Anthotypes are made by combining an organic matter and a solvent to create their bright color solution. That solution is called the emulsion and is coated onto a surface. The subject placed on top in a contact frame and then placed out in the sun for exposure. The sun bleaches out the exposed area crating a positive image of the subject, abstracted to monotone colors.
These works, by the nature of their process, are the essence of the living things the represent. The print is at the whim of nature. No two can be alike, as no two days are exactly the same. The sun moves and sets in different degrees and times. The days intensity can cause a print to bleach out faster or slower. The organic matter itself has innate qualities that change from organism to organism.
When they are finished and taken out of the frame, they hit their “half-life” and start to fade if they are exposed to more light.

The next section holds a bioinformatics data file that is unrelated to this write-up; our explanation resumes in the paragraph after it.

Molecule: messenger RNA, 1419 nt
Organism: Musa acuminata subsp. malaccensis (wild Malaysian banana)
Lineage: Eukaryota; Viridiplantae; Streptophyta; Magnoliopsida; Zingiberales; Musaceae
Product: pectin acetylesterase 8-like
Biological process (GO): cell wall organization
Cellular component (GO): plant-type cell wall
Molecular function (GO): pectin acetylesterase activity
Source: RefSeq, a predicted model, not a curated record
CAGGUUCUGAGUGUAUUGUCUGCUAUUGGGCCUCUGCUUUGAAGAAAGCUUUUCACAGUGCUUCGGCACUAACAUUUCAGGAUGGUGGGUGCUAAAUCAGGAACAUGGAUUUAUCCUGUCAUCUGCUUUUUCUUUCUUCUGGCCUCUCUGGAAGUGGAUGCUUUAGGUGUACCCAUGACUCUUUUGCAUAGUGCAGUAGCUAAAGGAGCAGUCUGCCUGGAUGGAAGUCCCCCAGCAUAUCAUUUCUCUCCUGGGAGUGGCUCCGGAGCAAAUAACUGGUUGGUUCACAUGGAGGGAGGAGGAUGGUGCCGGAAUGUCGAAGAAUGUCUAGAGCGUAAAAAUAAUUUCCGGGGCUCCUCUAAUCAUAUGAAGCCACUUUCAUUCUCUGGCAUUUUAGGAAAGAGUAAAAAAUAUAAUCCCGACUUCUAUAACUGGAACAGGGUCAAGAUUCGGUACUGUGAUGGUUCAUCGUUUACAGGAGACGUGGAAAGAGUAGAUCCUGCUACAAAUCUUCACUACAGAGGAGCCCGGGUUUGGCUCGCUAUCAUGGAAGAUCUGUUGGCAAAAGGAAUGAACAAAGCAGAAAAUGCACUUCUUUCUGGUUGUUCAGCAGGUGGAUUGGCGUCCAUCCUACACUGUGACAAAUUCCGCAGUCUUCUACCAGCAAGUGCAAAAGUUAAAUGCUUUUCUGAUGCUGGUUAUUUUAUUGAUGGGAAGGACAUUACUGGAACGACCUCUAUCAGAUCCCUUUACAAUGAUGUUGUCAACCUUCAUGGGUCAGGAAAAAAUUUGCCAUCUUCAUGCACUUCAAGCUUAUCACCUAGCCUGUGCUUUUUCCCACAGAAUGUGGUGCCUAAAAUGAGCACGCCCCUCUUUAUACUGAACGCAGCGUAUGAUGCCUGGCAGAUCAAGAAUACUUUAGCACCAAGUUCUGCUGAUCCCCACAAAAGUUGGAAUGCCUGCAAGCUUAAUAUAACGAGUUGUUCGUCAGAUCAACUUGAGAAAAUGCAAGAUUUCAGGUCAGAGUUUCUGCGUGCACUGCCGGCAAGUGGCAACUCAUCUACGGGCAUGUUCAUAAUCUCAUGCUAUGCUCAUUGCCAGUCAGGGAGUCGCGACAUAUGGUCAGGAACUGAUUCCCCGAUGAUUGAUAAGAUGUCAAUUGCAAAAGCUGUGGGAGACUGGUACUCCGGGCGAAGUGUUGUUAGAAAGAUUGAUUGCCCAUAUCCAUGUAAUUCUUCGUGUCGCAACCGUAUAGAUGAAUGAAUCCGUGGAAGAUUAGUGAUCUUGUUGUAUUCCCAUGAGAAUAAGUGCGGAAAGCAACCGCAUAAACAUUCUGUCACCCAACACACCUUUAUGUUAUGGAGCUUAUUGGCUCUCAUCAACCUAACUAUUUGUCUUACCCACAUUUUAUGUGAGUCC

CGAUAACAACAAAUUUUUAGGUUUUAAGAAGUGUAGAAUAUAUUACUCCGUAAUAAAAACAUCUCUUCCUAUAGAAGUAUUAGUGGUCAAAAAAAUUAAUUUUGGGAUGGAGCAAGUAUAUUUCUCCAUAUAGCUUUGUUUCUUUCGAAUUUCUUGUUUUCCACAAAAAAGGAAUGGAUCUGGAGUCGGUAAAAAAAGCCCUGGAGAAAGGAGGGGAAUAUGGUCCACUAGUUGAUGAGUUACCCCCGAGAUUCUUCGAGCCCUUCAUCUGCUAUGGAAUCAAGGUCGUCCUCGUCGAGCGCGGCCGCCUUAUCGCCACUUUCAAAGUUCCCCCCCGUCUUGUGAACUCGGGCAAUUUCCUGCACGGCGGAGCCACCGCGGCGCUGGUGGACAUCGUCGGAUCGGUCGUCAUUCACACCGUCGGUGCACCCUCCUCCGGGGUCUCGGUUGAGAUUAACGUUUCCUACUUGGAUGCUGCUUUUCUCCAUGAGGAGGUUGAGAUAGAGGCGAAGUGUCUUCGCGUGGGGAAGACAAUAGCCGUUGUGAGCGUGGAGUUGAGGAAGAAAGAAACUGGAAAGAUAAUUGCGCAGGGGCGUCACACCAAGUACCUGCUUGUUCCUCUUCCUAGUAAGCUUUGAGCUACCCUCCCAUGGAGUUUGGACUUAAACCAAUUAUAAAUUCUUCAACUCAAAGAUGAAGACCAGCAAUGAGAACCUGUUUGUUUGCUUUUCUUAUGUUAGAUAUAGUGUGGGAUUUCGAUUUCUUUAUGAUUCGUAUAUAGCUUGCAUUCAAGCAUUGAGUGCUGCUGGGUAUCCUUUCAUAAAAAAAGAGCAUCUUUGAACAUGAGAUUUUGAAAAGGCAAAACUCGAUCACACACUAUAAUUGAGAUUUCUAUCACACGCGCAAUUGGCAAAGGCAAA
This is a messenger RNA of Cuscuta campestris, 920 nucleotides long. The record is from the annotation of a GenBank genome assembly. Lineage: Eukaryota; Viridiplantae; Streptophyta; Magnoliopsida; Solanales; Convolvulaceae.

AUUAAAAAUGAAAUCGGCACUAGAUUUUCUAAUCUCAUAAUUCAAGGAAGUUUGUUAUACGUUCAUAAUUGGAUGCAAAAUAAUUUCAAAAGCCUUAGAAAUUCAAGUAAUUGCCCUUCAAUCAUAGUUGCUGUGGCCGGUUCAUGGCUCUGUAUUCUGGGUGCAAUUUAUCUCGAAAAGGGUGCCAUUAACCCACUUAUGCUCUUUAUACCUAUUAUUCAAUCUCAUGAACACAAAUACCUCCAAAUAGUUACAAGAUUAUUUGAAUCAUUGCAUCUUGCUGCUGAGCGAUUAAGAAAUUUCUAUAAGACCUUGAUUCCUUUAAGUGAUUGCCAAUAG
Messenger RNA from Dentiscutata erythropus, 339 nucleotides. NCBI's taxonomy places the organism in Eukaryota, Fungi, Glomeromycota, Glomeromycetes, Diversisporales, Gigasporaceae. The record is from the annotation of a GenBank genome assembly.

By the same matter of how they come into existence, they begin to degrade. Light starts to bleach out the positive image that was formed over those days of exposure until the sheet of paper turns to one dim shade of its former self.
They represent the life cycle of the living things they were created from, and in the creation and decay are the representation of those things essence.
“The art work is, a thing that is made, it says something other than the mere thing itself. The work makes public something other than itself; it manifest something other; it is an allegory. The work therefore is not the reproduction of some particular entity that happens to be present at any given time; it is, on the contrary, the reproduction of the thing’s general essence.” - Martin Heidegger, Being and Time, Origin of the Work of Art, 1978